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Using Drifter Velocity Measurements to Assess and Constrain Coarse-Resolution Ocean Models

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  • 1 Atmospheric and Environmental Research, Inc., Lexington, Massachusetts
  • | 2 Jet Propulsion Laboratory, California Institute of Technology, Pasadena, California
  • | 3 Physical Oceanography Division, NOAA/Atlantic Oceanographic and Meteorological Laboratory, Miami, Florida
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Abstract

Properly fitting ocean models to observations is crucial for improving model performance and understanding ocean dynamics. Near-surface velocity measurements from the Global Drifter Program (GDP) contain valuable information about upper-ocean circulation and air–sea fluxes on various space and time scales. This study explores whether GDP measurements can be used for usefully constraining the surface circulation from coarse-resolution ocean models, using global solutions produced by the consortium for Estimating the Circulation and Climate of the Ocean (ECCO) as an example. To address this problem, a careful examination of velocity data errors is required. Comparisons between an ECCO model simulation, performed without any data constraints, and GDP and Ocean Surface Current Analyses Real-Time (OSCAR) velocity data, over the period 1992–2017, reveal considerable differences in magnitude and pattern. These comparisons are used to estimate GDP data errors in the context of the time-mean and time-variable surface circulations. Both instrumental errors and errors associated with limitations in model physics and resolution (representation errors) are considered. Given the estimated model–data differences, errors, and signal-to-noise ratios, our results indicate that constraining ocean-state estimates to GDP can have a substantial impact on the ECCO large-scale time-mean surface circulation over extensive areas. Impact of GDP data constraints on the ECCO time-variable circulation would be weaker and mainly limited to low latitudes. Representation errors contribute substantially to degrading the data impacts.

© 2021 American Meteorological Society. For information regarding reuse of this content and general copyright information, consult the AMS Copyright Policy (www.ametsoc.org/PUBSReuseLicenses).

Corresponding author: Mengnan Zhao, mzhao@aer.com

Abstract

Properly fitting ocean models to observations is crucial for improving model performance and understanding ocean dynamics. Near-surface velocity measurements from the Global Drifter Program (GDP) contain valuable information about upper-ocean circulation and air–sea fluxes on various space and time scales. This study explores whether GDP measurements can be used for usefully constraining the surface circulation from coarse-resolution ocean models, using global solutions produced by the consortium for Estimating the Circulation and Climate of the Ocean (ECCO) as an example. To address this problem, a careful examination of velocity data errors is required. Comparisons between an ECCO model simulation, performed without any data constraints, and GDP and Ocean Surface Current Analyses Real-Time (OSCAR) velocity data, over the period 1992–2017, reveal considerable differences in magnitude and pattern. These comparisons are used to estimate GDP data errors in the context of the time-mean and time-variable surface circulations. Both instrumental errors and errors associated with limitations in model physics and resolution (representation errors) are considered. Given the estimated model–data differences, errors, and signal-to-noise ratios, our results indicate that constraining ocean-state estimates to GDP can have a substantial impact on the ECCO large-scale time-mean surface circulation over extensive areas. Impact of GDP data constraints on the ECCO time-variable circulation would be weaker and mainly limited to low latitudes. Representation errors contribute substantially to degrading the data impacts.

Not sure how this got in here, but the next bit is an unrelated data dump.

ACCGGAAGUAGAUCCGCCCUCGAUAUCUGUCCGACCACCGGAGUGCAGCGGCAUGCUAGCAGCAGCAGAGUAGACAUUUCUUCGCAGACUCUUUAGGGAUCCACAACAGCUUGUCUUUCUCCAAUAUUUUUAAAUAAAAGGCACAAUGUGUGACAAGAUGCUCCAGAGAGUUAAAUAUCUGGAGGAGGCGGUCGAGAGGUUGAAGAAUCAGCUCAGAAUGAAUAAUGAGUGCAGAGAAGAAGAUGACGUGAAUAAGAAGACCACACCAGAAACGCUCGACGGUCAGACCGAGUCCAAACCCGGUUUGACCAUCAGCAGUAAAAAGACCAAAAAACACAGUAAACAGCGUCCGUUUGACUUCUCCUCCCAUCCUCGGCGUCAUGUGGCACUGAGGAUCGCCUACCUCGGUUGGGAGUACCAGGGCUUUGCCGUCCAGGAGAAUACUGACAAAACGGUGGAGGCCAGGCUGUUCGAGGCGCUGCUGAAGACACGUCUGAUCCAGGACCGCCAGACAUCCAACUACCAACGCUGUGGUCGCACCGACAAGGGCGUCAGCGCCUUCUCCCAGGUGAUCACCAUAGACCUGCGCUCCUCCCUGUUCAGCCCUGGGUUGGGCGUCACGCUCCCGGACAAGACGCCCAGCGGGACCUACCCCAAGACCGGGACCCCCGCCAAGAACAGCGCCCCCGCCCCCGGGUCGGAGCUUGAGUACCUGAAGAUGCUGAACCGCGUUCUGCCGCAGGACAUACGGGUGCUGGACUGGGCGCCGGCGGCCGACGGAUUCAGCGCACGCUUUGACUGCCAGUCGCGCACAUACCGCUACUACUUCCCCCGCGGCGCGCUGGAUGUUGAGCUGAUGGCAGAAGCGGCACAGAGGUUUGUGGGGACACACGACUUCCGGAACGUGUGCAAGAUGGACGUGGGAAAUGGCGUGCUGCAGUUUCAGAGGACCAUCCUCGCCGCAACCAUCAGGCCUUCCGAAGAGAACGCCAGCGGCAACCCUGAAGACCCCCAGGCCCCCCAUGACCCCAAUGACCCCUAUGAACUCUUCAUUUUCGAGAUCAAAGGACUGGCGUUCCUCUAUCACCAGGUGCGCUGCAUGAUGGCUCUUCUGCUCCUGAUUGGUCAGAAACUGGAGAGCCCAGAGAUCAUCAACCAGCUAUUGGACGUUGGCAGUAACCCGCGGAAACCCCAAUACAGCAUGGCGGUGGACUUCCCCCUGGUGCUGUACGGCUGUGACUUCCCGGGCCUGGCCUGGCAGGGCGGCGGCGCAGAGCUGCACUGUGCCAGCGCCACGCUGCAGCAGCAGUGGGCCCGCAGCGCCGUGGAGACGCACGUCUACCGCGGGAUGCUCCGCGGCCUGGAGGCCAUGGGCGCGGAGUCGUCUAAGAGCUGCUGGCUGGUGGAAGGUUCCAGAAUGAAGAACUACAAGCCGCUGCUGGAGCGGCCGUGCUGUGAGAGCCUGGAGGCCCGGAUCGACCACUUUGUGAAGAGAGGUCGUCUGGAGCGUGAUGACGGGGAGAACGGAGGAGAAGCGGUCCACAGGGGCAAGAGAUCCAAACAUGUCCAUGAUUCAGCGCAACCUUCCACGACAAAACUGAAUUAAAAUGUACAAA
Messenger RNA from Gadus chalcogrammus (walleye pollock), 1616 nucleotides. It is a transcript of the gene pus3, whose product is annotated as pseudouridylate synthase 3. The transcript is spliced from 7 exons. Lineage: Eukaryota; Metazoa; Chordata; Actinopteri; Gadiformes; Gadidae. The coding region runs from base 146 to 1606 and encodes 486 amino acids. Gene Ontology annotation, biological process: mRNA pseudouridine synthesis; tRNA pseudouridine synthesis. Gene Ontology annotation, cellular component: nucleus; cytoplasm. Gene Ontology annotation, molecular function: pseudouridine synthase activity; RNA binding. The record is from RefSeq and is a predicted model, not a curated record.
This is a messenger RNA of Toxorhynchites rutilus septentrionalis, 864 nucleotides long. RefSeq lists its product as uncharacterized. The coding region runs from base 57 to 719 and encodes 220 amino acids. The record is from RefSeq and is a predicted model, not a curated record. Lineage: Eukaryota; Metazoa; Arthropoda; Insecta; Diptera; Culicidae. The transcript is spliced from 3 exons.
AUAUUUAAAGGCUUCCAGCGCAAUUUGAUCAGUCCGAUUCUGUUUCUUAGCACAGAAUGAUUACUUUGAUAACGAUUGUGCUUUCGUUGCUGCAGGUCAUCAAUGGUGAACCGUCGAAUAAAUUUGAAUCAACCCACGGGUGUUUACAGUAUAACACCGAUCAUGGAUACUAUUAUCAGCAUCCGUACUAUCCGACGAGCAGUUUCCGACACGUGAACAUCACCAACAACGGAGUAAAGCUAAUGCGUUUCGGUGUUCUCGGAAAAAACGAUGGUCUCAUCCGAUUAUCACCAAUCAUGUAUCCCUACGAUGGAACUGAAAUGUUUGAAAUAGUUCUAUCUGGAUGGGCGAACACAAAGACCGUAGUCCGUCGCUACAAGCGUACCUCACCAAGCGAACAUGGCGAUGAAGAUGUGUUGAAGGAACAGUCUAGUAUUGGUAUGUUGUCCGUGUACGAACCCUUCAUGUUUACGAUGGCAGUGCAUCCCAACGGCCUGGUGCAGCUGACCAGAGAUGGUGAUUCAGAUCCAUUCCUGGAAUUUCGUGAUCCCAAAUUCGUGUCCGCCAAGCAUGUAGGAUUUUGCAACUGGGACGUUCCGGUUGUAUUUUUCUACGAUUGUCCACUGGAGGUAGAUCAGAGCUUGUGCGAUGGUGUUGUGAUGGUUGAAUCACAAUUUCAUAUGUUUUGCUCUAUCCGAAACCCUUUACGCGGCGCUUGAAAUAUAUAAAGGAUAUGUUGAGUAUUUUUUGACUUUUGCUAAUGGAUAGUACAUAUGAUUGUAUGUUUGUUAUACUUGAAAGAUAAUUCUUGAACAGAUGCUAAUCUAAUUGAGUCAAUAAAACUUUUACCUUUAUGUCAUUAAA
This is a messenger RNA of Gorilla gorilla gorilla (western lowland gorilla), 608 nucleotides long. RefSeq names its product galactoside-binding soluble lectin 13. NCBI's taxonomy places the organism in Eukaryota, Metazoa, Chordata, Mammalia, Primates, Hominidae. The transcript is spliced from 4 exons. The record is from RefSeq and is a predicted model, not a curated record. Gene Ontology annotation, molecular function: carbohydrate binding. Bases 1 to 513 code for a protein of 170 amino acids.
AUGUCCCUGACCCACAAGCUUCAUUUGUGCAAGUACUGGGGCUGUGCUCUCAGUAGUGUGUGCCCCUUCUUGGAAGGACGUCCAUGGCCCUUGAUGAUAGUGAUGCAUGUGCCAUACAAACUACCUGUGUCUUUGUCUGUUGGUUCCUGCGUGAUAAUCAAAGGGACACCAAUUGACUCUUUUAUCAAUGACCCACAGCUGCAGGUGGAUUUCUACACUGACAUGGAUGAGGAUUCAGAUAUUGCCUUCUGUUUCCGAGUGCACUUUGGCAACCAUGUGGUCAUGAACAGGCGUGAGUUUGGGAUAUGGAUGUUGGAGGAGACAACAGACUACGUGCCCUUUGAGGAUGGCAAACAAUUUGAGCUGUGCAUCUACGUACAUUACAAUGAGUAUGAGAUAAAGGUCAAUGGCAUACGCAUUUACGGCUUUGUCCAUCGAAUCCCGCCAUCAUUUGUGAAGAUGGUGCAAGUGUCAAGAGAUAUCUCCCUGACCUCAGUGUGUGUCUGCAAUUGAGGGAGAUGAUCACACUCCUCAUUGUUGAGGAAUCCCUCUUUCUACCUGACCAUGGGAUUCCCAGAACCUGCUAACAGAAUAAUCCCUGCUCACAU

© 2021 American Meteorological Society. For information regarding reuse of this content and general copyright information, consult the AMS Copyright Policy (www.ametsoc.org/PUBSReuseLicenses).

Corresponding author: Mengnan Zhao, mzhao@aer.com
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